On Wednesday, the head of the Washington, D.C. public school system, Chancellor Michelle Rhee, announced her resignation. Rhee was a controversial and divisive figure who had the tough task of improving one of the worst school systems in the country. According to the Washington Post, in 2007, only 9 percent of the D.C. high school students would graduate from college within five years of leaving the school system.
Known for her no-nonsense style, Rhee improved test scores and stopped the decline in school enrollment.
At the same time, she angered many people by closing more than 20 schools and firing or laying off hundreds of teachers that were deemed low-performing.
The man who gave her the mission of improving D.C. schools in 2007, then-Mayor Adrian Fenty, was booted out of office in what many say is a reaction to Rhee’s unpopularity, losing his re-election bid in the Sept. 14 Democratic mayoral primary. One of Rhee’s reasons for her resignation is that she saw her public persona becoming a distraction from the task at hand. Presumptive mayor-elect Vincent C. Gray said that reforms launched under Rhee will continue when he takes office.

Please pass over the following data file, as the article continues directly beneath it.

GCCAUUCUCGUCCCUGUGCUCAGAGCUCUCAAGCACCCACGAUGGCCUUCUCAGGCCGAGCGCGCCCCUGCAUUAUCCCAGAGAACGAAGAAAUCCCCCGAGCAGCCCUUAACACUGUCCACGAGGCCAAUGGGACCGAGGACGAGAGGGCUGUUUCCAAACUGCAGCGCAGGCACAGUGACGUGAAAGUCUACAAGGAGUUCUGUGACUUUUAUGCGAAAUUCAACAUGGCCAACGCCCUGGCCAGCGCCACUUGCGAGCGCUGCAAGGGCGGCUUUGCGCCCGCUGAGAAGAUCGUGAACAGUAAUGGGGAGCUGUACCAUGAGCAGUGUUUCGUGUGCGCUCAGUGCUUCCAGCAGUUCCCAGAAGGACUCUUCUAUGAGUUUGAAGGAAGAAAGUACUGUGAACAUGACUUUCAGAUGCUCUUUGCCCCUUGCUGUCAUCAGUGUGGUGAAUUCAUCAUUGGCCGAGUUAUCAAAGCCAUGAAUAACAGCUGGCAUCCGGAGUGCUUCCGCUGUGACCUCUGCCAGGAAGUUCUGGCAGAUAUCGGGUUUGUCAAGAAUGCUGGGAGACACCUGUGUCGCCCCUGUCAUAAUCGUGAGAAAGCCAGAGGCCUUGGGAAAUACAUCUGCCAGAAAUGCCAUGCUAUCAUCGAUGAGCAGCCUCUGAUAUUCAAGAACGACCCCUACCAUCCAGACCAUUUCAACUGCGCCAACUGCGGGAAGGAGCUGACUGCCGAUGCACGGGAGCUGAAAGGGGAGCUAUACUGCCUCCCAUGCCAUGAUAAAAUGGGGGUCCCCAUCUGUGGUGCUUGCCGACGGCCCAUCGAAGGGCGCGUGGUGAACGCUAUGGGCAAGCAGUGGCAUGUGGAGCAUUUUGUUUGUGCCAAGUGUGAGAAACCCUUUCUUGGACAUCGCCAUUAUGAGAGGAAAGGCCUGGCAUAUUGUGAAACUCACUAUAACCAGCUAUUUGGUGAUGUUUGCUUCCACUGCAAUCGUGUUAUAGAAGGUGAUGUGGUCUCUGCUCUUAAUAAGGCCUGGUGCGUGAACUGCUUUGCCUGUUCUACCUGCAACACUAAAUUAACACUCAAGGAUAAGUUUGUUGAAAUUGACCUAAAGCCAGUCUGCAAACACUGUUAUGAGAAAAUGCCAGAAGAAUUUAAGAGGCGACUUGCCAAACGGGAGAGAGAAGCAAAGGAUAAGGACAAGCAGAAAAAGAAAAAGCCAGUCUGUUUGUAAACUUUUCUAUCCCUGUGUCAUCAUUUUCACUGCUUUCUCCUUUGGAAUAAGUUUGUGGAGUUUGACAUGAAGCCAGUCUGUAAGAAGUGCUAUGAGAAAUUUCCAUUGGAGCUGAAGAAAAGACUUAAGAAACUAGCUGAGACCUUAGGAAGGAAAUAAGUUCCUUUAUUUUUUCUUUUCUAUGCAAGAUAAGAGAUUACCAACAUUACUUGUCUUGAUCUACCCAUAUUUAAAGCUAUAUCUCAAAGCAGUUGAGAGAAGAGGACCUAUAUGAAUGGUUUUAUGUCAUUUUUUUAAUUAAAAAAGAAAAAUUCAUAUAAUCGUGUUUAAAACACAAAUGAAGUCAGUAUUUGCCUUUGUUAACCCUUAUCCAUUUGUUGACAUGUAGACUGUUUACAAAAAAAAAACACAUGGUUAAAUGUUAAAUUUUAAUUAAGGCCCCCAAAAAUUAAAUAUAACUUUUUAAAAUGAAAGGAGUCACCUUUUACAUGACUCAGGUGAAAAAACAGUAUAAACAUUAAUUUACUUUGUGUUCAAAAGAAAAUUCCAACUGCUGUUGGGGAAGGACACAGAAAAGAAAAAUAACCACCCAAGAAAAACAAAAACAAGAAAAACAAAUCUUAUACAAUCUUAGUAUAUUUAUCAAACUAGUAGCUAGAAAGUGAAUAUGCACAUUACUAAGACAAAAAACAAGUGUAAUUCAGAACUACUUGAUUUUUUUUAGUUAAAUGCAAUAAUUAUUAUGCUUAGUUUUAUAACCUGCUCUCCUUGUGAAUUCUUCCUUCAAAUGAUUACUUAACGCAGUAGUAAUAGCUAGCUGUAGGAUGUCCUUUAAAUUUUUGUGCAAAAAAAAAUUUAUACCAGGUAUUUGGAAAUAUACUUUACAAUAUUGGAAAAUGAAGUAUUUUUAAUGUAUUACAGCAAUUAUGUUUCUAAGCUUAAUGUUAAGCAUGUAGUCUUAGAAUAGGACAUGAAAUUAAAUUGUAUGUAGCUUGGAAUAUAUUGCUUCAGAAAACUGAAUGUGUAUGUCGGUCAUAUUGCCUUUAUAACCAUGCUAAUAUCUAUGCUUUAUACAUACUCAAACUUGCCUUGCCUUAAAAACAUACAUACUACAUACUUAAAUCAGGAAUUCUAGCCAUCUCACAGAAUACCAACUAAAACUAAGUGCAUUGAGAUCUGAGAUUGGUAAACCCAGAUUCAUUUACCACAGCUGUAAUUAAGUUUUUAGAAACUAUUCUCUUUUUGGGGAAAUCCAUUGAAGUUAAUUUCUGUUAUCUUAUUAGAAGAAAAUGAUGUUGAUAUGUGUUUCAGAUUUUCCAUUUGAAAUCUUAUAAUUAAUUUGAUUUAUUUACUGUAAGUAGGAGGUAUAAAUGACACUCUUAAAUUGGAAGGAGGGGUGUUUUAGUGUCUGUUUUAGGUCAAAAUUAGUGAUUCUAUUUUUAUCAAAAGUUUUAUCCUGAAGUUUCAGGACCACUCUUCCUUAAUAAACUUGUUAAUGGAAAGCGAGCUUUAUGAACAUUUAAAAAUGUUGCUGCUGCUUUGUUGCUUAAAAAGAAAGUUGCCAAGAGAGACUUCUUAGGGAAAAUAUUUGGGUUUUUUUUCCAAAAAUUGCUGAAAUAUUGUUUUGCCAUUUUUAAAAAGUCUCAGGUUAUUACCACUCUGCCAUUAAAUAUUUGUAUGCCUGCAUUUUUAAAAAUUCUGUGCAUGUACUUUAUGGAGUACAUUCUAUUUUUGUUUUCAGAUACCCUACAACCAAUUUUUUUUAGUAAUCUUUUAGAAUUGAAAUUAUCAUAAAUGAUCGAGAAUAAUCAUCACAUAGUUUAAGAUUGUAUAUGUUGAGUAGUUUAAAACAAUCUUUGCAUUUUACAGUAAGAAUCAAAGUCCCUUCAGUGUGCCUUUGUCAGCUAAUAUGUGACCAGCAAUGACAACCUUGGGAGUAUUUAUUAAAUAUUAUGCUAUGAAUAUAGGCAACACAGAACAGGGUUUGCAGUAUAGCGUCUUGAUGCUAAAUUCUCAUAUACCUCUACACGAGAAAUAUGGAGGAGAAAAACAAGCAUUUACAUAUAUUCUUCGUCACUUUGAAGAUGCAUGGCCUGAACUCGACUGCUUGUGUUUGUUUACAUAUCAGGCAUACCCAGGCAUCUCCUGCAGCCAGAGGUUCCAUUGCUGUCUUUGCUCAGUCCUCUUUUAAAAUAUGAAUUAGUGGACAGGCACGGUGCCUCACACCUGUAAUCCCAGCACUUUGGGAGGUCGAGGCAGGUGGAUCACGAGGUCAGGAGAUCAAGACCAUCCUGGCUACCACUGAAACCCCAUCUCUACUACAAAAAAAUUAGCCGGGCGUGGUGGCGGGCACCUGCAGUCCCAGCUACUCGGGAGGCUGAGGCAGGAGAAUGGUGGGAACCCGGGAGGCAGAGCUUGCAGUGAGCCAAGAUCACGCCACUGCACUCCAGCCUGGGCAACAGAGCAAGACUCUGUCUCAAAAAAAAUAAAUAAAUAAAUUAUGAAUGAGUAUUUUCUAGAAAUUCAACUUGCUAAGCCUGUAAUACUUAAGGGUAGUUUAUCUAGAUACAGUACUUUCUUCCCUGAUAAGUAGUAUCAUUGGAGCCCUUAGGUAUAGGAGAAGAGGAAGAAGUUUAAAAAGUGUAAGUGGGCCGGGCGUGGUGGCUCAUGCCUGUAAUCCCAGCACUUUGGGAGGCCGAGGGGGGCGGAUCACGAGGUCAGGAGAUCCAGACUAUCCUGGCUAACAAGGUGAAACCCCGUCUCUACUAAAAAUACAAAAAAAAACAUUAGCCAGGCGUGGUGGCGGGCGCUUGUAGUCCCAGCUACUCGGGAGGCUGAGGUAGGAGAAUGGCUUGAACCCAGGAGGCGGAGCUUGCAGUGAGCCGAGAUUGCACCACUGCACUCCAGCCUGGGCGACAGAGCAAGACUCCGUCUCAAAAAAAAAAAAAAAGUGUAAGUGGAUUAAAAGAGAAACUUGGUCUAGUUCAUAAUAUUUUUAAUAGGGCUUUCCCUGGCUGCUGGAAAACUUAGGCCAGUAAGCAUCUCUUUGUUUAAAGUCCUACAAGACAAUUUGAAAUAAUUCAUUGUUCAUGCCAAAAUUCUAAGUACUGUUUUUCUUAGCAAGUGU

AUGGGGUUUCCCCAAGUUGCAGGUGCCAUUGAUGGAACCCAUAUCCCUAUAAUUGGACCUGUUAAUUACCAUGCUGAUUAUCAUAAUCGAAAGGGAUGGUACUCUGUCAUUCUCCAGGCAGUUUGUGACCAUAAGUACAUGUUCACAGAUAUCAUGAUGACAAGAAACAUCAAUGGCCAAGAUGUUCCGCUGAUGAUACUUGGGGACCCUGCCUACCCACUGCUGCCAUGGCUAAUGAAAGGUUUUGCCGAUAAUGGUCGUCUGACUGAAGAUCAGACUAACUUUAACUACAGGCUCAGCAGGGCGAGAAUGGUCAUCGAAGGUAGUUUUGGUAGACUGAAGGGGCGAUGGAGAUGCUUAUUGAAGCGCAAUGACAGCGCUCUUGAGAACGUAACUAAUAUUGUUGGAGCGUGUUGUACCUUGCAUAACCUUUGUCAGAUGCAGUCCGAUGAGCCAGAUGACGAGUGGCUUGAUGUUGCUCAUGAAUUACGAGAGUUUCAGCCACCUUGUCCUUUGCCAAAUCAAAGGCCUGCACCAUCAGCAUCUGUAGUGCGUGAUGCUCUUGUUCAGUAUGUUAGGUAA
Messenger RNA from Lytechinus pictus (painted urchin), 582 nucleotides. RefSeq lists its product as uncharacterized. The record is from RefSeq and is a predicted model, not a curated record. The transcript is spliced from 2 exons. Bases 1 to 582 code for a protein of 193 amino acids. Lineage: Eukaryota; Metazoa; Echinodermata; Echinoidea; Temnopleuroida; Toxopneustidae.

Choosing sides in this conflict is tough because we understand that change is hard — especially in this economy; it involved the firing of so many educators. Perhaps some educators and parents thought improvement and change shouldn’t be so swift and blunt — but at the same time, the situation was dire.
Many of the teachers Rhee fired were Black in a predominately Black city. Some argued that her reforms favored whites and pushed out Blacks. However, according to the Washington Post, D.C. is 55 percent Black, and the school system was 80 percent Black. Whites in D.C. sought alternative school systems because of the public school system’s poor reputation. Rhee was restoring balance and creating an environment where a family’s culture or income level wasn’t an excuse for poor performance.
We believe she really wanted kids to succeed and excel. She was a strong leader in a contentious position.
We all know that whenever changes are implemented, there is always a large population that isn’t satisfied.
Rhee needs to be given credit for being gutsy. Her job was not to cater to adults but rather to give kids access to a bright future.
At her press conference, Rhee said that she is taking a break but plans to remain in the business of education reform. We hope that she stands by those words, and we are looking forward to her next move. ♦